Arrange some days off work following the surgery.
Resumption of certain sporting activities may be advisedly delayed.
Further cosmetic detail may be required to create more natural-looking results. e.g. mini-grafts or micro-grafts may be used to soften a hair line.
Transplanted hair follicles may reject their hair-shafts within the first 3 weeks of the procedure. This hair loss is temporary and new hair growth will appear within 8-16 weeks.
ANDROGENIC ALOPECIA (Androgen-related hair loss) in women.
Androgenic Alopecia in women is hair loss caused by follicular miniaturisation associated with endocrine changes and increased androgen presence. Accompanying factors may include: Polycystic ovarian syndrome, virilisation (and hirsutism), irregular menstruation, infertility, acne and seborrhoea oleosa.
Androgenic Alopecia in women warrants endocrinological investigation.
Menopausal Alopecia (androgenic alopecia) is associated with hormone changes. As oestrogen reduces hair-follicles become vulnerable to the effects of androgen exposure. Anti-androgen therapy may reduce further hair loss but is currently unlikely to initiate the return of lost hair.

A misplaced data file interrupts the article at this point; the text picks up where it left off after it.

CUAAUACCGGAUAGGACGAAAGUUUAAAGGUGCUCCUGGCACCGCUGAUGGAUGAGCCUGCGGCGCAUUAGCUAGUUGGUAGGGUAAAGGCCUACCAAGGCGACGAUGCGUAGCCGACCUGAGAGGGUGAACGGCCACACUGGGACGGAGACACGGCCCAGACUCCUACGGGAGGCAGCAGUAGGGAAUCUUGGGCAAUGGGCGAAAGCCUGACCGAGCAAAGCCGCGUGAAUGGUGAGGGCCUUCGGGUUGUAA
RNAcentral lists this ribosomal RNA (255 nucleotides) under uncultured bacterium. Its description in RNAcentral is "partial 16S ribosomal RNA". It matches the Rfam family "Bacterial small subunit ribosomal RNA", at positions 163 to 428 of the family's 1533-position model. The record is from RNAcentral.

Things to do
Until recently, no effective treatments have been available for certain alopecias in women.
Current options however may include the following drugs which may limit hair loss:
Systemic anti-androgen drugs e.g.
Spironolactone : Aldactone® Spiroctan®, Diatensec®.
Cyproterone acetate (Androcur®) Diane® or
Minoxidil : Regaine®
Finasteride : Propecia®is not currently indicated in women. However 5-alpha-reductase inhibitors (which prevent testosterone conversion and subsequent baldness in men) are currently being considered for female use. This may bring renewed possibilities in the treatment of this distressing disorder.
Surgical Hair Restoration (transplantation techniques)may be considered an option in certain cases.